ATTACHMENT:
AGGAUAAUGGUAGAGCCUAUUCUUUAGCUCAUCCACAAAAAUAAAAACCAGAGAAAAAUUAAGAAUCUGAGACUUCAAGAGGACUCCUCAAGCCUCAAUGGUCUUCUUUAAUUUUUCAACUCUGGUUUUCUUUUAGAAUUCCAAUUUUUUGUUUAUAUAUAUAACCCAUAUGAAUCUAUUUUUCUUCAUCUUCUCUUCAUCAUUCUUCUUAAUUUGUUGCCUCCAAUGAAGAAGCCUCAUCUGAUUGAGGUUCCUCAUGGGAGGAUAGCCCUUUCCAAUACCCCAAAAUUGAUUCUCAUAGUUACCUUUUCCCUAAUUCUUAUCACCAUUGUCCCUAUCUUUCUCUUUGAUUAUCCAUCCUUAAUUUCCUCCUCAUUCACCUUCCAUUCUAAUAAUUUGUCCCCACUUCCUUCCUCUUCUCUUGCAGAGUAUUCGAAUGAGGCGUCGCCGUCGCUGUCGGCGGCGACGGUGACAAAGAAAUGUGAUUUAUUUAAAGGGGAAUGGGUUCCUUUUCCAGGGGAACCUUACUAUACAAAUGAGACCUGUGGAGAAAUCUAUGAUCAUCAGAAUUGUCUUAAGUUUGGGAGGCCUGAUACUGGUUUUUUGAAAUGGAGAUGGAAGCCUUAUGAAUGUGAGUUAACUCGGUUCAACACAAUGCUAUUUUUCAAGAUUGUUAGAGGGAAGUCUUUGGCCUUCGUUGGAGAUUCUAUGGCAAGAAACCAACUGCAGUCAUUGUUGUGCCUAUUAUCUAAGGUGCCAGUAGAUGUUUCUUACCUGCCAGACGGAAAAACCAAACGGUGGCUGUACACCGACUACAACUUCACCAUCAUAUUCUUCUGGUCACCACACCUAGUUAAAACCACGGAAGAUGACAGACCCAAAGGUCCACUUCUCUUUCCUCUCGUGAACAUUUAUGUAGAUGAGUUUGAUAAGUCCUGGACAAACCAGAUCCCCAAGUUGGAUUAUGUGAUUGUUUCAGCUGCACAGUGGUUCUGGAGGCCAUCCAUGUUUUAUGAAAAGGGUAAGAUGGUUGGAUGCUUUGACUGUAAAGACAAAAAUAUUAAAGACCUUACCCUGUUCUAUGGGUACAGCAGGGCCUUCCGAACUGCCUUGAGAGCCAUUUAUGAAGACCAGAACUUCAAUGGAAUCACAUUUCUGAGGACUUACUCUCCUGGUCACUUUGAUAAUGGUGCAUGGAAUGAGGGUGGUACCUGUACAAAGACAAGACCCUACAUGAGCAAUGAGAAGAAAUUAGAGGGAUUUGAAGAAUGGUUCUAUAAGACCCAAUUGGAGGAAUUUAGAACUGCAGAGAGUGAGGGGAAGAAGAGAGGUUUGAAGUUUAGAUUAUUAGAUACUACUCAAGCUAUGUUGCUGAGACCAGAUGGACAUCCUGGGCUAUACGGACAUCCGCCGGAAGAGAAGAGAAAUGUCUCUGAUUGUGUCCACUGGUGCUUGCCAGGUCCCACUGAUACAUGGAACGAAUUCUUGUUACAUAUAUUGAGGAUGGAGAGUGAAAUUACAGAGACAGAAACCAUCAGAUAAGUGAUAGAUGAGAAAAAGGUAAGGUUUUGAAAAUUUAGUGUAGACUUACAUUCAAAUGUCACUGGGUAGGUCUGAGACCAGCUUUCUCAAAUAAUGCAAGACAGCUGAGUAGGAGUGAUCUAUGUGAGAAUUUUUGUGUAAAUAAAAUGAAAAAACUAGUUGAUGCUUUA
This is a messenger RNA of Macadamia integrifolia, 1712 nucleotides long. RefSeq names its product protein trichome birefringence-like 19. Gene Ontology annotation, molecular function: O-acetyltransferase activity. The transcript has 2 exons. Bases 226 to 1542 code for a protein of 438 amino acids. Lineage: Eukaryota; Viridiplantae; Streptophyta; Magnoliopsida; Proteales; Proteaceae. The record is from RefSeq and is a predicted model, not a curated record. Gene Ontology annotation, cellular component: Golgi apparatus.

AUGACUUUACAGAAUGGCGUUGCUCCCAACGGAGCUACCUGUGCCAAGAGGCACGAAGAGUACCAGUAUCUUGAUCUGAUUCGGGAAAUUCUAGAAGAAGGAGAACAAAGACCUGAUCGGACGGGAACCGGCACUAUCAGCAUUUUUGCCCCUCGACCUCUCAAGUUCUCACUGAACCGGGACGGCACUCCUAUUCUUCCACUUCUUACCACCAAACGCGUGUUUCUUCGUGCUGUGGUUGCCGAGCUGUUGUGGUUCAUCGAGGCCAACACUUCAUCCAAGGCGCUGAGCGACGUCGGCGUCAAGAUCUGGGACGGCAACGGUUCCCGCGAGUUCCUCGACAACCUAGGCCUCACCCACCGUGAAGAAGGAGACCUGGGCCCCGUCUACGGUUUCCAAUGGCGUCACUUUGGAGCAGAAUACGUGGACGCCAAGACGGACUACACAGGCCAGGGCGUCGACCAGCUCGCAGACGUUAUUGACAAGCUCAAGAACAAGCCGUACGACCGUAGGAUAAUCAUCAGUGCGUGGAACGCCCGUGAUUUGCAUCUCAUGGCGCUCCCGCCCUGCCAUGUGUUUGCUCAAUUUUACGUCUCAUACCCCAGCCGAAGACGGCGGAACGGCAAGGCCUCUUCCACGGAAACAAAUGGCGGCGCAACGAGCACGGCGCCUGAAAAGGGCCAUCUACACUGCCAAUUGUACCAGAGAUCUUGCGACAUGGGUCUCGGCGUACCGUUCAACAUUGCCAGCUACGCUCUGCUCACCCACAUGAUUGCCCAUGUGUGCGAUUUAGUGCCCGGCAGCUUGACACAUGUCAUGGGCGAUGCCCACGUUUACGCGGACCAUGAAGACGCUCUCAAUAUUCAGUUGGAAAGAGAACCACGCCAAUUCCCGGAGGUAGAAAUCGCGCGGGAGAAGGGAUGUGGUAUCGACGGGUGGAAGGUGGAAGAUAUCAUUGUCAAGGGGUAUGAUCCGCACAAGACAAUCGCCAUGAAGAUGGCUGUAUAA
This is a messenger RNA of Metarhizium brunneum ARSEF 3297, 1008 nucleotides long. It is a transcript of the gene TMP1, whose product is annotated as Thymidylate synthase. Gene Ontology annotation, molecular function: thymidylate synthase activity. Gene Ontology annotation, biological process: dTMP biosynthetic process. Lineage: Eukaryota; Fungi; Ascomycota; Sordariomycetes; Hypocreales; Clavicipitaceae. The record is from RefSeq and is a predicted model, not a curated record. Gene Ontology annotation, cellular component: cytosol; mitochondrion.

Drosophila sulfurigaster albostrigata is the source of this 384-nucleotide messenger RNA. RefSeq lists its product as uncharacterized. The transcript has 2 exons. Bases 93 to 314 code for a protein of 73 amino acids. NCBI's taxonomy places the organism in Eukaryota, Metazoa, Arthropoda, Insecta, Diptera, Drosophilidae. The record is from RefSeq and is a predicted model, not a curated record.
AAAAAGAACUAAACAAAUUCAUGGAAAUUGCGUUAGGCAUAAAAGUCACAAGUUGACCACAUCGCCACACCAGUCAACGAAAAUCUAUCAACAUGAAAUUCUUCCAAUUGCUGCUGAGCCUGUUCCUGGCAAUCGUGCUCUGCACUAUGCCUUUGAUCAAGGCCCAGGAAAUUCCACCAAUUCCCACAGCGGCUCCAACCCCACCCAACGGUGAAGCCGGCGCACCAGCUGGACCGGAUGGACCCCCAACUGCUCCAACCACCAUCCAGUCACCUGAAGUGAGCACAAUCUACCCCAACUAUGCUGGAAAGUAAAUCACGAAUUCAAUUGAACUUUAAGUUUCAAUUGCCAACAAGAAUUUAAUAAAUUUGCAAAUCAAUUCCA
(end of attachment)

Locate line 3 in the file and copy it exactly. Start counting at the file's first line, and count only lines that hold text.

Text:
AUGACUUUACAGAAUGGCGUUGCUCCCAACGGAGCUACCUGUGCCAAGAGGCACGAAGAGUACCAGUAUCUUGAUCUGAUUCGGGAAAUUCUAGAAGAAGGAGAACAAAGACCUGAUCGGACGGGAACCGGCACUAUCAGCAUUUUUGCCCCUCGACCUCUCAAGUUCUCACUGAACCGGGACGGCACUCCUAUUCUUCCACUUCUUACCACCAAACGCGUGUUUCUUCGUGCUGUGGUUGCCGAGCUGUUGUGGUUCAUCGAGGCCAACACUUCAUCCAAGGCGCUGAGCGACGUCGGCGUCAAGAUCUGGGACGGCAACGGUUCCCGCGAGUUCCUCGACAACCUAGGCCUCACCCACCGUGAAGAAGGAGACCUGGGCCCCGUCUACGGUUUCCAAUGGCGUCACUUUGGAGCAGAAUACGUGGACGCCAAGACGGACUACACAGGCCAGGGCGUCGACCAGCUCGCAGACGUUAUUGACAAGCUCAAGAACAAGCCGUACGACCGUAGGAUAAUCAUCAGUGCGUGGAACGCCCGUGAUUUGCAUCUCAUGGCGCUCCCGCCCUGCCAUGUGUUUGCUCAAUUUUACGUCUCAUACCCCAGCCGAAGACGGCGGAACGGCAAGGCCUCUUCCACGGAAACAAAUGGCGGCGCAACGAGCACGGCGCCUGAAAAGGGCCAUCUACACUGCCAAUUGUACCAGAGAUCUUGCGACAUGGGUCUCGGCGUACCGUUCAACAUUGCCAGCUACGCUCUGCUCACCCACAUGAUUGCCCAUGUGUGCGAUUUAGUGCCCGGCAGCUUGACACAUGUCAUGGGCGAUGCCCACGUUUACGCGGACCAUGAAGACGCUCUCAAUAUUCAGUUGGAAAGAGAACCACGCCAAUUCCCGGAGGUAGAAAUCGCGCGGGAGAAGGGAUGUGGUAUCGACGGGUGGAAGGUGGAAGAUAUCAUUGUCAAGGGGUAUGAUCCGCACAAGACAAUCGCCAUGAAGAUGGCUGUAUAA